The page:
Kirlian photography is a collection of photographic techniques used to capture the phenomenon of electrical coronal discharges. It is named after Semyon Kirlian, who, in 1939 accidentally discovered that if an object on a photographic plate is connected to a high-voltage source, an image is produced on the photographic plate. The technique has been variously known as “electrography”, “electrophotography”, “corona discharge photography” (CDP), “bioelectrography”,”gas discharge visualization (GDV)”, “eletrophotonic imaging (EPI)”, and, in Russian literature, “Kirlianography”.

Kirlian photography has been the subject of mainstream scientific research, parapsychology research and art. To a large extent, It has been co-opted by promoters of pseudoscience and paranormal health claims in books, magazines, workshops, and web sites.

Semyon Kirlian was born in Yekaterinodar, now Krasnodar, Russia, to an Armenian family. He possessed an early interest in, and aptitude for, working with electricity. Just before the Russian Revolution of 1917, Kirlian attended a conference in his home city at which Nikola Tesla held talks and demonstrations; Tesla was one of Kirlian’s predecessors in the field of corona discharge photography. In the 1930s Kirlian earned his living as an electrician in Krasnodar, near the eastern coast of the Black Sea in southern Russia—then the Russian Soviet Federated Socialist Republic (Russian SFSR), part of the Soviet Union. He married Valentina Khrisanovna in 1930.

By 1939 Kirlian had acquired a reputation as the best local resource for repairing electrical equipment, and was regularly called upon to fix the apparatus of scientists and laboratories in the area. In that year, he happened to witness a demonstration of a high-frequency d’Arsonval electrotherapy device. He noticed that there was a small flash of light between the machine’s electrodes and the patient’s skin, and wondered if he would be able to photograph it. (Kirlian was not the first person to witness this phenomenon, though the urge to photograph and investigate it seems to have been original with him.) Experimenting with similar equipment, he replaced glass electrodes with metal substitutes to take photographs in visible light; at the price of a severe electrical burn, he was able to take an unusual and striking photograph of an apparent energy discharge around his own hand.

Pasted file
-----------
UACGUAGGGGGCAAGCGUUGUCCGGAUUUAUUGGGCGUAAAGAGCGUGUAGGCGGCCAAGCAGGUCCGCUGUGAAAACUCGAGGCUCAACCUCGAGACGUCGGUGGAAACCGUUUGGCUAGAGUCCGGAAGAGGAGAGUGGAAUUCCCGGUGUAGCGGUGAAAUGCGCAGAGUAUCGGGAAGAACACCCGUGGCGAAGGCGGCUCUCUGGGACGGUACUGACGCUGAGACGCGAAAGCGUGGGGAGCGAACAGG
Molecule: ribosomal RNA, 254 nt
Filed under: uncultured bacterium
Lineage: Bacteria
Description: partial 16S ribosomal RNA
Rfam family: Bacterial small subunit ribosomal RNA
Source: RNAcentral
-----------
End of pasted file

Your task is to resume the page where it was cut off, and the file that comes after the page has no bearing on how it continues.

Over the next ten years he and his wife developed and perfected apparatus for what we now call Kirlian photography. They employed a high-frequency oscillator or spark generator that operated at 75 to 200 kHz. They took photographs with no camera, merely with electric current and photographic film. The Kirlians then moved beyond static photography, to develop an optical filter that allowed them to witness the phenomenon in real time; they saw miniature fireworks displays of light and color playing around their hands.

Gradually the Kirlians’ activity began to attract attention from professional scientists. Kirlian made controversial claims that the image he was studying might be compared with the human aura. An experiment advanced as evidence of energy fields generated by living entities involves taking Kirlian contact photographs of a picked leaf at set periods, its gradual withering being said to correspond with a decline in the strength of the aura. The Kirlians made many photographs of the leaves of various plants; by 1949, it was determined that Kirlian photography could detect incipient plant disease that was not otherwise detectable. In the same year, the Kirlians received a Soviet patent on their basic device, “a method of photographing by means of high-frequency currents.” Experimenting further upon themselves, the Kirlians acquired the first results showing that Kirlian photography could provide an index of a person’s physical health, and could illuminate the acupuncture points of the human body.

It was not until the early 1960s, however, that the Kirlians’ efforts attracted widespread recognition and official support, once popular journalists wrote a series of newspaper and magazine articles about Kirlian photography. The Kirlians were awarded a pension and were provided with a pleasant new apartment and a well-equipped laboratory in Krasnodar. Their first scientific paper on Kirlian photography was published in 1961, in the (Russian) Journal of Scientific and Applied Photography. Scientific institutions around the Soviet Union were set to work on Kirlian photography in 1962. The first appearance in the US is unknown, but an educational film about Kirlian photography and energy emissions from living things was seen in a Southern California elementary school about 1964.

In Michael Scott’s bestselling novel The Alchemyst, the protagonist, Nicholas Flamel, notes that the aura has been photographed by the Kirlians.

The IDM artist Benn Jordan, aka “The Flashbulb,” wrote a string of songs on various albums that refer to Kirlian in the title.

Kirlian photography plays a major part in Kerryn Offord’s Feng Shui for the Soul, in Grantville Gazette VI.

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